Two of the most important measurements used to verify the quality of a strain gage installation are insulation resistance (leakage to ground) and shift in gage resistance due to installation procedures. While these two measurements are not a complete guarantee of eventual proper strain gage performance, any installation that produces questionable values should not be relied upon where accuracy of results is necessary. For example, a voltage difference between the specimen and strain gage frequently exists. A low insulation resistance will permit this voltage differential to introduce extraneous signals during strain measurement. Several sources of variations in insulation resistance and shifts in gage resistance are:
•Insulation resistance in excess of 20,000 megohms should be expected for foil strain gages when installed under laboratory conditions. A value of 10,000 megohms should be considered minimum. A reading below this value generally indicates trapped foreign matter, moisture, residual flux or backing damage due to soldering, as well as incomplete solvent evaporation from an overcoating.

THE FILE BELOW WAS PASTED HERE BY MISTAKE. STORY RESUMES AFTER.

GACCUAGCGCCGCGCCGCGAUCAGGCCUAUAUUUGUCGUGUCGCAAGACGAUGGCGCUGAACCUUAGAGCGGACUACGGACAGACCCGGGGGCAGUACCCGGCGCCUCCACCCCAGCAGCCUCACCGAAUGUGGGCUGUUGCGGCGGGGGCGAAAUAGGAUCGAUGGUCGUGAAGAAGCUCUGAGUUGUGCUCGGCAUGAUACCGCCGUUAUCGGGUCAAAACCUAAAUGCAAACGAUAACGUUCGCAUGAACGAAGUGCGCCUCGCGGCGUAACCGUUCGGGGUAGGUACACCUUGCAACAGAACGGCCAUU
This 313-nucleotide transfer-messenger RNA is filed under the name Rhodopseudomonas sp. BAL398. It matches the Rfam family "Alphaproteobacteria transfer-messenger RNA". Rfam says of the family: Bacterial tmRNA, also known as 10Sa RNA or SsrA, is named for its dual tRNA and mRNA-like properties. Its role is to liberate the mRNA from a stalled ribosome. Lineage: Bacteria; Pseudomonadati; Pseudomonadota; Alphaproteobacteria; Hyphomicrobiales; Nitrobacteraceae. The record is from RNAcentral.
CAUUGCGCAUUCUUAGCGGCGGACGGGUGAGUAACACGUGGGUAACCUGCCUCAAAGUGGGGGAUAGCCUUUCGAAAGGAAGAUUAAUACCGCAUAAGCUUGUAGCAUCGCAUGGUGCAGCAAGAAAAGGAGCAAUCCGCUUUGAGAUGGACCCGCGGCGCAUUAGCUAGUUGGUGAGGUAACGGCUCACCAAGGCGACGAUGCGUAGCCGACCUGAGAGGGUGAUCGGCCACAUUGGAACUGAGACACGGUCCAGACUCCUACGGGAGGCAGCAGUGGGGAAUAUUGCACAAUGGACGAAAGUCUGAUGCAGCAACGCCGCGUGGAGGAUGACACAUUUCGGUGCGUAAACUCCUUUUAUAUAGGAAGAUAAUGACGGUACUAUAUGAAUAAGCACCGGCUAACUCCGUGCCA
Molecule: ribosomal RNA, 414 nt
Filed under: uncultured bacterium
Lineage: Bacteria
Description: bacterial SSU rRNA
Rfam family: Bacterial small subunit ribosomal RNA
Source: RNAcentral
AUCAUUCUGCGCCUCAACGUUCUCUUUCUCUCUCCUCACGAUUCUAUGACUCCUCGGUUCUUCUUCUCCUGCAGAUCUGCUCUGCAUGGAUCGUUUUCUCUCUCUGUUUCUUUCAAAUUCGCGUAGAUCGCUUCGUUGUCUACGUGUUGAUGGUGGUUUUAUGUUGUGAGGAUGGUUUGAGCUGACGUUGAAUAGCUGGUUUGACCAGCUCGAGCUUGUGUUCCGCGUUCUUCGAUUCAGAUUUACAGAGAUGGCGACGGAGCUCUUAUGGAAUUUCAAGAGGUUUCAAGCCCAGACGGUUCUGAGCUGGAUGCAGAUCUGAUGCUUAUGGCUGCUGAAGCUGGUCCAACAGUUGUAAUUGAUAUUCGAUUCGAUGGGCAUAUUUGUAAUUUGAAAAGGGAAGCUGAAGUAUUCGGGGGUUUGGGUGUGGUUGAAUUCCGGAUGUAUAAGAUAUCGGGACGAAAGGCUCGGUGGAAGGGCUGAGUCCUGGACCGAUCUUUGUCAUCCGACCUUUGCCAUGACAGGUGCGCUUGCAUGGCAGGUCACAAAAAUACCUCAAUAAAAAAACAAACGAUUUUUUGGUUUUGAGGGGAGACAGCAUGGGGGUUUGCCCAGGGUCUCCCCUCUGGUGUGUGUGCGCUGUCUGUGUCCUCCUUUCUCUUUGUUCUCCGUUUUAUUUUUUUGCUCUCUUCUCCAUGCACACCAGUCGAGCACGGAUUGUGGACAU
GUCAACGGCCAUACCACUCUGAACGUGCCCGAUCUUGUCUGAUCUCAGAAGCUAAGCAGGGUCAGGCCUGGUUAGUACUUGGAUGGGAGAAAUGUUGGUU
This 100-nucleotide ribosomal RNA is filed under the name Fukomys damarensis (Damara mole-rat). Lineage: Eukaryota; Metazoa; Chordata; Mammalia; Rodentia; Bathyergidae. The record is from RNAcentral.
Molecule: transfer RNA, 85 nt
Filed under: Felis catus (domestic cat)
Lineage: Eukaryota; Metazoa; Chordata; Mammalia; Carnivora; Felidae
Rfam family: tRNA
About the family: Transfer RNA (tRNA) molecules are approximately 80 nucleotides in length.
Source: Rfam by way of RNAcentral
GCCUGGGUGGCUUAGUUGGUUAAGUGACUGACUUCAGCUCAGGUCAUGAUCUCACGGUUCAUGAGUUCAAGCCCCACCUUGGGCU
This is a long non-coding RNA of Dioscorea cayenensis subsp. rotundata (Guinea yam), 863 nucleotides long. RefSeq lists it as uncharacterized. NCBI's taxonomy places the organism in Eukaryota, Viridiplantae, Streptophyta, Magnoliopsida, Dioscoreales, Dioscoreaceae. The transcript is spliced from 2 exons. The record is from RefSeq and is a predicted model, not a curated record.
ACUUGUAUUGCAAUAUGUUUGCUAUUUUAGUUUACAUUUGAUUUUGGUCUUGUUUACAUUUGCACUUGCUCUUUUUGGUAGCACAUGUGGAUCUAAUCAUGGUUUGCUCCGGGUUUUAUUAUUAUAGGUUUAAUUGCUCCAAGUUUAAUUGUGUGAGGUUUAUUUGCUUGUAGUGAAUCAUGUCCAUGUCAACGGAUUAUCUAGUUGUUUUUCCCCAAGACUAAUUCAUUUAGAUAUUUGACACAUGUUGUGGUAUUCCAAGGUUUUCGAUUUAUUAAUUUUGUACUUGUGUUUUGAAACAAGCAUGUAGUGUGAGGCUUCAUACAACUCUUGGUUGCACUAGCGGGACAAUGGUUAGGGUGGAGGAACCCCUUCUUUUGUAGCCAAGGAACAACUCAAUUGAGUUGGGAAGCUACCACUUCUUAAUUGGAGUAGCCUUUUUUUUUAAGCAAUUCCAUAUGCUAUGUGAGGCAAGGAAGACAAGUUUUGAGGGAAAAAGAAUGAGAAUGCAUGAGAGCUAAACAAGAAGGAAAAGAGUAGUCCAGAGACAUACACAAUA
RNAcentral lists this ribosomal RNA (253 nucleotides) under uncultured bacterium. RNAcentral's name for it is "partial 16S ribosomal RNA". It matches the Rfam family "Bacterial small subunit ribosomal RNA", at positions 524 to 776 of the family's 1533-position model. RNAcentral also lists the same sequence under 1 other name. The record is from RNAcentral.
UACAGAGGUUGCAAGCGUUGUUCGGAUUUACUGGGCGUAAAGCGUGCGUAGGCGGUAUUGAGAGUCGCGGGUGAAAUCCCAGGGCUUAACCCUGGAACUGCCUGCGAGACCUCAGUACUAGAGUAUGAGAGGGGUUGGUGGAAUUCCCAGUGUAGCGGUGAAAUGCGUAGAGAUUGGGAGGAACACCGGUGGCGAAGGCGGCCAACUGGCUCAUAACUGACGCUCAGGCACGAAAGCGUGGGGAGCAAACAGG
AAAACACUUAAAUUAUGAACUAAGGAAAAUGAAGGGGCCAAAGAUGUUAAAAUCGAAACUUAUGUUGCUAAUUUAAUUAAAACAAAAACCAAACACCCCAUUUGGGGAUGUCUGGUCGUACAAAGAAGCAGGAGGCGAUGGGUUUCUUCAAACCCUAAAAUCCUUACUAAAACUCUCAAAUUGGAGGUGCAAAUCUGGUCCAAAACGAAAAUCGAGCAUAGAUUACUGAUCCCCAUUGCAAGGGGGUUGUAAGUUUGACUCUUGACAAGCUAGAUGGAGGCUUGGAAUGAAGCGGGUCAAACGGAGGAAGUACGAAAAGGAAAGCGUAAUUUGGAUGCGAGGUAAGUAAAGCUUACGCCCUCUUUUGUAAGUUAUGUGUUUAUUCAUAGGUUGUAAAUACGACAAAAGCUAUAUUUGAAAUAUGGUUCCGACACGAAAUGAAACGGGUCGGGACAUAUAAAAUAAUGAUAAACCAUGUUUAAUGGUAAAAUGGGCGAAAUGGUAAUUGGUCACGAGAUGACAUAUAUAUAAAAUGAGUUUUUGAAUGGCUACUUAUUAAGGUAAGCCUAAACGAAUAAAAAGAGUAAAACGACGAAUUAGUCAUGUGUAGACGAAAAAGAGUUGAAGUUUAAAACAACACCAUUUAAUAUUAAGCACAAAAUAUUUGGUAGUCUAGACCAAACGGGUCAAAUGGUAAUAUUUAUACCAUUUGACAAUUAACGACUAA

•Deterioration of the insulation resistance with time may be an indication of an improperly coated installation.
•At higher test temperatures, particularly above +300°F [+150°C], it is normal to expect lesser values. Ten megohms is considered to be the lower allowable value.
•Shifts in gage resistance during installation should not normally exceed 0.5% when using room-temperature-curing adhesives. Resistance shifts greater than 0.5% generally indicate damage to the gage due to improper handling or clamping. However, strain gages installed using elevated-temperature-curing adhesives may exhibit greater shifts in resistance due to adhesive lock-up at elevated temperatures (difference in linear coefficient of thermal expansion between the strain gage and specimen). These shifts will vary depending upon the specific cure temperature and materials used. The shifts should never exceed 2% and should be uniform within 0.5%.